The opinion of the court was delivered by: Sheila K. Oberto United States Magistrate Judge
ORDER DISMISSING COMPLAINT WITHOUT PREJUDICE (Docs. 1, 2)
Plaintiff is currently located at Atascadero State Hospital, and is proceeding in this action pro se. Plaintiff filed a complaint on February 7, 2013, pursuant to 42 U.S.C. § 1983. (Doc. 1.) For the reasons discussed below, Plaintiff's motion to proceed in forma pauperis is GRANTED, and Plaintiff's complaint is DISMISSED without prejudice and with leave to amend.
A. Plaintiff's Motion to Proceed In Forma Pauperis is GRANTED
Along with the complaint, Plaintiff filed a motion to proceed without the prepayment of fees. (Doc. 2.) Plaintiff's motion to proceed in forma pauperis demonstrates that Plaintiff is entitled to proceed without prepayment of filing fees and is therefore GRANTED.
In cases where the plaintiff is proceeding in forma pauperis, the Court is required to screen each case and shall dismiss the case at any time if the Court determines that the allegation of poverty is untrue or the action or appeal is frivolous or malicious, fails to state a claim upon which relief may be granted, or seeks monetary relief against a defendant who is immune from such relief. 28 U.S.C. § 1915(e)(2). If the Court determines that the complaint fails to state a claim, leave to amend may be granted to the extent that the deficiencies of the complaint can be cured by amendment. Lopez v. Smith, 203 F.3d 1122, 1130 (9th Cir. 2000) (en banc).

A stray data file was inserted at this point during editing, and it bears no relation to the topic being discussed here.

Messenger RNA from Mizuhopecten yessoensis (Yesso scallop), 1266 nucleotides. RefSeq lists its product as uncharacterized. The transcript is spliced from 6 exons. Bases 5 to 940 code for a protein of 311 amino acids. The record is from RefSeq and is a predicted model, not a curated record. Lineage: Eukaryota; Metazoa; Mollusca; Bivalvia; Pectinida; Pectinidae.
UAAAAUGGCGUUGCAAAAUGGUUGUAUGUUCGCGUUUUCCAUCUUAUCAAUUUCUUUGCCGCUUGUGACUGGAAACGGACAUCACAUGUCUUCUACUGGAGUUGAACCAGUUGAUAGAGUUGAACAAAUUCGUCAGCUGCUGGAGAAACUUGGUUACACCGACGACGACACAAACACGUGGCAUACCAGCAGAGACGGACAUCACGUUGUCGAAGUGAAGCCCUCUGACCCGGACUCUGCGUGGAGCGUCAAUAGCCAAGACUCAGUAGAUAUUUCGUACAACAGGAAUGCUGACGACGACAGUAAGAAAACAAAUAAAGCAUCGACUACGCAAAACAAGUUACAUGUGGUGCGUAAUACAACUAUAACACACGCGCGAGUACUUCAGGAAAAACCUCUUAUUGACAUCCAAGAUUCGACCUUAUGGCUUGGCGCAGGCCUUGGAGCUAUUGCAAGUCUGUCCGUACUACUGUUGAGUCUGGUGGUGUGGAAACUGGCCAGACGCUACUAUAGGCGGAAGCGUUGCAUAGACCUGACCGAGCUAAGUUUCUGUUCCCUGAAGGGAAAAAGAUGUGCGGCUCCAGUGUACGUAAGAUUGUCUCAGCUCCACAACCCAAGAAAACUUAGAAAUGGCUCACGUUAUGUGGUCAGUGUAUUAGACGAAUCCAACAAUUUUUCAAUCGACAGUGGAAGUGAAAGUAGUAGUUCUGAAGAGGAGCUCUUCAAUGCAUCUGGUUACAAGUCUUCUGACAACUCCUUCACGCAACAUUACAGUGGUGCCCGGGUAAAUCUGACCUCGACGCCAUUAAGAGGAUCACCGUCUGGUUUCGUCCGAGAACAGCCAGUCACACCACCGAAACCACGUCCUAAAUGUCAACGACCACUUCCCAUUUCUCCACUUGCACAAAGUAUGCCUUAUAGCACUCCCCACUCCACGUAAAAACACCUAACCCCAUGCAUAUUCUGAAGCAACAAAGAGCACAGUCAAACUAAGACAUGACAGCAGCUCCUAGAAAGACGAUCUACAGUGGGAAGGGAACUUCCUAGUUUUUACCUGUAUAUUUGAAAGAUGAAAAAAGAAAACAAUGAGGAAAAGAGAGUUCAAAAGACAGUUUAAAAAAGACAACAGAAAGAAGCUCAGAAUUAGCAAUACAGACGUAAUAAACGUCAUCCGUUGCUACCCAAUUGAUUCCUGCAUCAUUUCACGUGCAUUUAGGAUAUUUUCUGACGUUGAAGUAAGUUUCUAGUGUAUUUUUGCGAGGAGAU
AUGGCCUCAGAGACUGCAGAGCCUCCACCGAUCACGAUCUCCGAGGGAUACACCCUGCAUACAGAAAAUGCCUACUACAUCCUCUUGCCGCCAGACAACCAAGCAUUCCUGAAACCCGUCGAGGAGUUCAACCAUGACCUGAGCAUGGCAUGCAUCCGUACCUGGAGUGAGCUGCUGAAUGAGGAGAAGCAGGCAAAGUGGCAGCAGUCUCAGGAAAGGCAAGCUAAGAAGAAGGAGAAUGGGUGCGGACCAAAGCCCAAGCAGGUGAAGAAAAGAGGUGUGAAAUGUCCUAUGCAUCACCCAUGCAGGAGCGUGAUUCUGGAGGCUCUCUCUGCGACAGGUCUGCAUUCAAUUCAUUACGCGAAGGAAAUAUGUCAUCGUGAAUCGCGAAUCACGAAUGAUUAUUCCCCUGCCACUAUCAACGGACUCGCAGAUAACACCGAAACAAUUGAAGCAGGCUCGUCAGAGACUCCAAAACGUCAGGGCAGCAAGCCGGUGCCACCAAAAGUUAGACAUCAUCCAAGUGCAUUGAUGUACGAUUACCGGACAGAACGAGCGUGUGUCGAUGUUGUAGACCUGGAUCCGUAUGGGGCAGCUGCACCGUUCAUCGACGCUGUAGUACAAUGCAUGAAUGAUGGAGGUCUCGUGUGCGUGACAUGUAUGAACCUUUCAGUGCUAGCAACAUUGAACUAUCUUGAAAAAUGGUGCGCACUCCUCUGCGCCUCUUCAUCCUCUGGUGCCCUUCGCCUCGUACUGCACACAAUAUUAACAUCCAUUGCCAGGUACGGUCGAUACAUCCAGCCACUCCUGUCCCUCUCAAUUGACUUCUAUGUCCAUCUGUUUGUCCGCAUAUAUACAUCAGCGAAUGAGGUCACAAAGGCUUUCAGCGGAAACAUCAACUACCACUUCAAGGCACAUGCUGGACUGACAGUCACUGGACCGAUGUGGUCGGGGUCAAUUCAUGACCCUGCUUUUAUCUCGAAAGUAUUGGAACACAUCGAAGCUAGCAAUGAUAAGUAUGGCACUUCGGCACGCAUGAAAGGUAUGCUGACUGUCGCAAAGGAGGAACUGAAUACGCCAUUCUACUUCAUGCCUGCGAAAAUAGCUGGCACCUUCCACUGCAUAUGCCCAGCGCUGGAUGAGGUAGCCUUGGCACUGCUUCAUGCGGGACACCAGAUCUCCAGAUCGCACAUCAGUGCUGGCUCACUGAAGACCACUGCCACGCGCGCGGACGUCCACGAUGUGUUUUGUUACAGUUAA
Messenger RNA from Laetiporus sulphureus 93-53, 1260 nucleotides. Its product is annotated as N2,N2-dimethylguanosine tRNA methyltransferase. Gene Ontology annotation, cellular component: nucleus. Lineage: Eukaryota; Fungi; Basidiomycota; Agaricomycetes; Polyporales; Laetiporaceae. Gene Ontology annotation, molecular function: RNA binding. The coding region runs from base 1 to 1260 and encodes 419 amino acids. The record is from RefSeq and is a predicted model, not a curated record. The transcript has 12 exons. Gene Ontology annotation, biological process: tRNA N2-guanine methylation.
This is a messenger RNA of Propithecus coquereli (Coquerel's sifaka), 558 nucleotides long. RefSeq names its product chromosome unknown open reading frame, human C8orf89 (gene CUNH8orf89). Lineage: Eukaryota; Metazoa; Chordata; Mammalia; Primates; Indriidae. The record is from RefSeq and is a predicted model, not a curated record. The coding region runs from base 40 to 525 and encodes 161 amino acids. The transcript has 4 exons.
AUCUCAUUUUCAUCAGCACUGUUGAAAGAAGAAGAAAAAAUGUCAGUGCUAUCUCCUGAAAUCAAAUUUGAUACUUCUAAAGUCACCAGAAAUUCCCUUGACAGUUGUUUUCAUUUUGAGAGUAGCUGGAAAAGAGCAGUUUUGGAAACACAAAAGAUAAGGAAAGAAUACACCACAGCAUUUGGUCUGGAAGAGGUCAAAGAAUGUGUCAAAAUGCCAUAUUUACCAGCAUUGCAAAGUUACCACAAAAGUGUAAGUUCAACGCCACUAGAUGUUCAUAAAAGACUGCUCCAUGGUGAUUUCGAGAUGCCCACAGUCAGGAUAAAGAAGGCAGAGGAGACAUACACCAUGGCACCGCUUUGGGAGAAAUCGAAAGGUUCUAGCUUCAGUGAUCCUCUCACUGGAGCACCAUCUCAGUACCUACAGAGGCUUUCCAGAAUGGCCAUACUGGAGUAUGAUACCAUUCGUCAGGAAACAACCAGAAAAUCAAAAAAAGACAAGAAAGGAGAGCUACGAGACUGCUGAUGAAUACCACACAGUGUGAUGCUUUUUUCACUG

In determining whether a complaint fails to state a claim, the Court uses the same pleading standard used under Federal Rule of Civil Procedure 8(a). Under Rule 8(a), a complaint must contain a "short and plain statement of the claim showing that the pleader is entitled to relief." Fed. R. Civ. P. 8(a)(2). "[T]he pleading standard Rule 8 announces does not require 'detailed factual allegations,' but it demands more than an unadorned, the-defendant-unlawfully-harmed-me accusation." Ashcroft v. Iqbal, 556 U.S. 662, 677 (2009) (quoting Bell Atl. Corp. v. Twombly, 550 U.S. 544, 555 (2007)). "[A] complaint must contain sufficient factual matter, accepted as true, to 'state a claim to relief that is plausible on its face.'" Id. (quoting Twombly, 550 U.S. at 557). "[A] complaint [that] pleads facts that are 'merely consistent with' a defendant's liability . . . 'stops short of the line between possibility and plausibility of entitlement to relief.'" Id. (quoting Twombly, 550 U.S. at 557). Further, although a court must accept as true all factual allegations contained in a complaint, a court need not accept a plaintiff's legal conclusions as true. Id. "Threadbare recitals of the elements of a cause of action, supported by mere conclusory statements, do not suffice." Id. (quoting Twombly, 550 U.S. at 555).
To state a cause of action under 42 U.S.C. § 1983, a plaintiff must show (1) that he suffered a violation of rights protected by the Constitution or created by federal statute, and (2) that the violation was proximately caused by a person acting under color of state law. See Crumpton v. Gates, 947 F.2d 1418, 1420 (9th Cir. 1991). The causation requirement of Section 1983 is satisfied only if a plaintiff demonstrates that a defendant affirmatively acted, participated in another's affirmative act, or failed to perform an act which he was legally required to do that caused the deprivation at issue. Arnold v. IBM Corp., 637 F.2d 1350, 1355 (9th Cir. 1981).
In the section of the form complaint setting forth his claim, Plaintiff alleges that Defendant Tabitha L. Raber, a Kern County deputy probation officer, adult division, "violated an old case that already served time on double jeopardy." (Doc. 1, p. 4.) This is the only factual allegation provided, and it is insufficient to set forth a cognizable claim or provide Defendant Raber any notice of the claim Plaintiff is attempting to state against her. Although Rule 8 requires a short, plain statement, ...